Bryn Mawr Film Institute: A Main Line Cultural Staple



Taylor Malatesta

On the surface, the Bryn Mawr Film Institute located on West Lancaster Avenue appears to be a simple and unassuming independent theater.  However, from the moment one steps inside this historic place, it is clear that there is far more than meets the eye.  Though modest in size, the Institute boasts a grand and elegant entrance reminiscent of Grand Central Station, remarkably high ceilings complete with stunning atrium skylights, a second floor with a balcony that overlooks the entryway, four theaters and a café—Hothouse Coffee—that opens onto the entrance.  Essentially, it looks like a scene transported from Manhattan’s urban and artistic Chelsea Market, or its Theatre District, and its essence is just as sophisticated and unique.

BMFI is defined by more than just its striking aesthetics. In fact, the theater has a long and storied history. BMFI was born of the Bryn Mawr community’s call to save the historic Seville Theater, which had been in existence since 1926 and faced bankruptcy by the beginning of the new millennium.  When BMFI took over the building that was once the Seville, it rebuilt the theater to be the modern beacon of culture for the Main Line that it has become. But it is more than just a theater; it is a space that is, according to the mission statement posted on their website, “dedicated to promoting shared experiences that entertain, engage and educate audiences through a diverse range of independent-minded films, a full curriculum of courses, and an extensive program of special events.”

One obvious way in which BMFI fulfills this mission is by featuring a wide range of films of all genres. From the most recently released movies—like the historical comedy “Battle of the Sexes,” which is currently playing at BMFI—to classics like “The Sound of Music,” foreign gems like “Cinema Paradiso” and children’s films like “Trolls,” BMFI offers something for everyone. Not only does this broad and all-encompassing film selection set BMFI apart from other ordinary theaters, but what makes it even more original is the various films series it carefully curates.  For instance, through October, BMFI will be offering a Halloween inspired film series featuring classics like “The Silence of the Lambs” and “Frankenstein.”

Perhaps the most distinctive feature of the Institute, though, is its various film course offerings.  These courses, which are open to the public and members of BMFI at varying costs, are taught by film producers, critics, authors and professors, and they cover a wide range of topics.  Some courses, for instance, are offered over a number of weeks and cover broader areas of study such as the basics of screenwriting or the history of film.  Others, however, exist either as individual seminars or weekly courses but offer much more specialized areas of focus. One such course, “Cinema Classics Seminar: ‘The Silence of the Lambs,’” will be held as a one-night seminar on Thursday, Oct. 19 and will focus specifically on “The Silence of the Lambs,” paying particular attention to the character of Hannibal Lecter. Other weekly courses of this nature include “The Magic of Disney, Pt. 2,” which will focus on the evolution of Disney Studios, and “From Mr. Chips to Scarface”: The Legacy of ‘Breaking Bad,’” which will study the hit show “Breaking Bad” through philosophical and literary lenses, with regard to its cinematic predecessors, in order to understand the tragic the nature of this show. These courses tackle everything from serial killers to Disney and drug cartels.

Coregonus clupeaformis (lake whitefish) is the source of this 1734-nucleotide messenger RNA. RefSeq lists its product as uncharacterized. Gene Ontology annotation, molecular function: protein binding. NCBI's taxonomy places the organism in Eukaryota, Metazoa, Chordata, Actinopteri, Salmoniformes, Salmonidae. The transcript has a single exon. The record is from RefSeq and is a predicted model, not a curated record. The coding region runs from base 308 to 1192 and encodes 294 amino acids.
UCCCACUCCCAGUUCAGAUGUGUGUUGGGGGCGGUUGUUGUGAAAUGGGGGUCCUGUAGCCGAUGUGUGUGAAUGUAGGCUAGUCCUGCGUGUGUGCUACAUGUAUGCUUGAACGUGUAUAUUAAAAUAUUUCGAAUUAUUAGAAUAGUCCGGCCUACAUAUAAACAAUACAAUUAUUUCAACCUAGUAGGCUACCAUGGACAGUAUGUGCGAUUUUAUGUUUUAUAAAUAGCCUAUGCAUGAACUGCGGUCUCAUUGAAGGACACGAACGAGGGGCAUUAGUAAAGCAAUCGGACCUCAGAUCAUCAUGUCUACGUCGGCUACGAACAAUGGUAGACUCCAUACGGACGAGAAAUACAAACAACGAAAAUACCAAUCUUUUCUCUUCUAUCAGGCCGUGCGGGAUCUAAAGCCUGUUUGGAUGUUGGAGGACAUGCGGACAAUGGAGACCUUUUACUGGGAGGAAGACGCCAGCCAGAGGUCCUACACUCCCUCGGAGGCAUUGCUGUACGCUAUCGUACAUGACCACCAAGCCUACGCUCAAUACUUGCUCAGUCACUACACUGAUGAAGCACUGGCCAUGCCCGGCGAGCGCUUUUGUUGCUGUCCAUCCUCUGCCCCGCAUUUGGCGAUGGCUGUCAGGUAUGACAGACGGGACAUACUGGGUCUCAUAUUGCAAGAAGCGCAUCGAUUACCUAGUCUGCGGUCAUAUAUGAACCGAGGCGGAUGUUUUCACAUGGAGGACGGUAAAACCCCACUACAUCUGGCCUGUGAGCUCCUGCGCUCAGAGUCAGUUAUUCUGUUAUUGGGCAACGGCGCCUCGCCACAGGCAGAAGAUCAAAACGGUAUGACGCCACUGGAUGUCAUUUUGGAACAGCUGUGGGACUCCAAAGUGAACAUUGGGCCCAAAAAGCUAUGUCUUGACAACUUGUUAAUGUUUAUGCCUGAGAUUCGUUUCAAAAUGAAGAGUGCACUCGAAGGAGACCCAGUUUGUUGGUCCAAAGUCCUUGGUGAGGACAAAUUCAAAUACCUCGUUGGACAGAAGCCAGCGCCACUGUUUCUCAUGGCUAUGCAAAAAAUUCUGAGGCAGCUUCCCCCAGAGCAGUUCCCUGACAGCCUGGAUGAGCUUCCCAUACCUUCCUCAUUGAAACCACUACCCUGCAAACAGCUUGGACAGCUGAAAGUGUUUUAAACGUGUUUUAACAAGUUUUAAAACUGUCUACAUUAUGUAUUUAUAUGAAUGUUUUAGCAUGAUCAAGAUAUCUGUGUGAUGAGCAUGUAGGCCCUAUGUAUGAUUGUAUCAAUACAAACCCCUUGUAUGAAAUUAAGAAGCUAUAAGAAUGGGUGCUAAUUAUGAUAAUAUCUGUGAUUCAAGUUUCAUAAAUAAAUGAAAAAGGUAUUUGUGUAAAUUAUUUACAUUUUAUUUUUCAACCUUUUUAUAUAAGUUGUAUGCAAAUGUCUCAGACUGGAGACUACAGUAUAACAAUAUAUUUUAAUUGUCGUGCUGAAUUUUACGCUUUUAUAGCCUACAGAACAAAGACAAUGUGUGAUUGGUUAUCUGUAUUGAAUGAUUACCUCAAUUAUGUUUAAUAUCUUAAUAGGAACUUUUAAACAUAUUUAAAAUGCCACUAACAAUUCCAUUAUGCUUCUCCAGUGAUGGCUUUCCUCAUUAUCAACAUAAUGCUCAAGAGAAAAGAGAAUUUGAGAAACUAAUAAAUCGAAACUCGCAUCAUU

Not only are these courses unique in their scope and variety, but the most enticing part about them may just be the fact that you don’t have to be a film student or expert to partake in them. These courses are perfect for, and openly welcome, any film buff who wants to learn more about their favorite film, artist or genre.  This openness, then, and BMFI’s commitment to fostering a deeper appreciation and understanding of the art of film, both through the films they feature and the courses they offer, are what make BMFI such an integral part of the Philadelphia region’s art culture. And the passion that pours from this institution for the art in which it finds its identity and purpose, the art of cinema, is something that can be felt and enjoyed by whoever has the privilege to visit and experience BMFI. Even if just for a single night at the movies, a trip to BMFI is anything but ordinary and reminds you just how enchanting cinema can be.